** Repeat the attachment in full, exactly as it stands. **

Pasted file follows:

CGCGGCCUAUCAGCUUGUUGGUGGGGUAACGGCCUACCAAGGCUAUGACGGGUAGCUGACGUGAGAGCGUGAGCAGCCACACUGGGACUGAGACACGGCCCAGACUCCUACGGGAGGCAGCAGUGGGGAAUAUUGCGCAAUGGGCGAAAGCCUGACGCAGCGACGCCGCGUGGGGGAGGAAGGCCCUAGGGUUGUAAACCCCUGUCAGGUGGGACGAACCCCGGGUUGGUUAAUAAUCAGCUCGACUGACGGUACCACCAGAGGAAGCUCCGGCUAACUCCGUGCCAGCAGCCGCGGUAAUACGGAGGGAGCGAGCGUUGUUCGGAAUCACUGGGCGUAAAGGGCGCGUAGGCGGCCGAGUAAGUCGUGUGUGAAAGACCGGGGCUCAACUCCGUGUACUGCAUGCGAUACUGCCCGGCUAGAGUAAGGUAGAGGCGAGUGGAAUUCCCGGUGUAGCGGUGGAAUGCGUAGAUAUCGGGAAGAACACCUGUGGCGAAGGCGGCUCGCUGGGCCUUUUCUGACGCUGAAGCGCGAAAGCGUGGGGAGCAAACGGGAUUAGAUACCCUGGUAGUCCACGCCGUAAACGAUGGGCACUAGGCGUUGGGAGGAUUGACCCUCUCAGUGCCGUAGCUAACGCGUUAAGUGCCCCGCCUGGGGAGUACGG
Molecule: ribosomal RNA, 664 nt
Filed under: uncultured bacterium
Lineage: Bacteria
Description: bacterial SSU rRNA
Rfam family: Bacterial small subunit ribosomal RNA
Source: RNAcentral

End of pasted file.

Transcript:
CGCGGCCUAUCAGCUUGUUGGUGGGGUAACGGCCUACCAAGGCUAUGACGGGUAGCUGACGUGAGAGCGUGAGCAGCCACACUGGGACUGAGACACGGCCCAGACUCCUACGGGAGGCAGCAGUGGGGAAUAUUGCGCAAUGGGCGAAAGCCUGACGCAGCGACGCCGCGUGGGGGAGGAAGGCCCUAGGGUUGUAAACCCCUGUCAGGUGGGACGAACCCCGGGUUGGUUAAUAAUCAGCUCGACUGACGGUACCACCAGAGGAAGCUCCGGCUAACUCCGUGCCAGCAGCCGCGGUAAUACGGAGGGAGCGAGCGUUGUUCGGAAUCACUGGGCGUAAAGGGCGCGUAGGCGGCCGAGUAAGUCGUGUGUGAAAGACCGGGGCUCAACUCCGUGUACUGCAUGCGAUACUGCCCGGCUAGAGUAAGGUAGAGGCGAGUGGAAUUCCCGGUGUAGCGGUGGAAUGCGUAGAUAUCGGGAAGAACACCUGUGGCGAAGGCGGCUCGCUGGGCCUUUUCUGACGCUGAAGCGCGAAAGCGUGGGGAGCAAACGGGAUUAGAUACCCUGGUAGUCCACGCCGUAAACGAUGGGCACUAGGCGUUGGGAGGAUUGACCCUCUCAGUGCCGUAGCUAACGCGUUAAGUGCCCCGCCUGGGGAGUACGG
Molecule: ribosomal RNA, 664 nt
Filed under: uncultured bacterium
Lineage: Bacteria
Description: bacterial SSU rRNA
Rfam family: Bacterial small subunit ribosomal RNA
Source: RNAcentral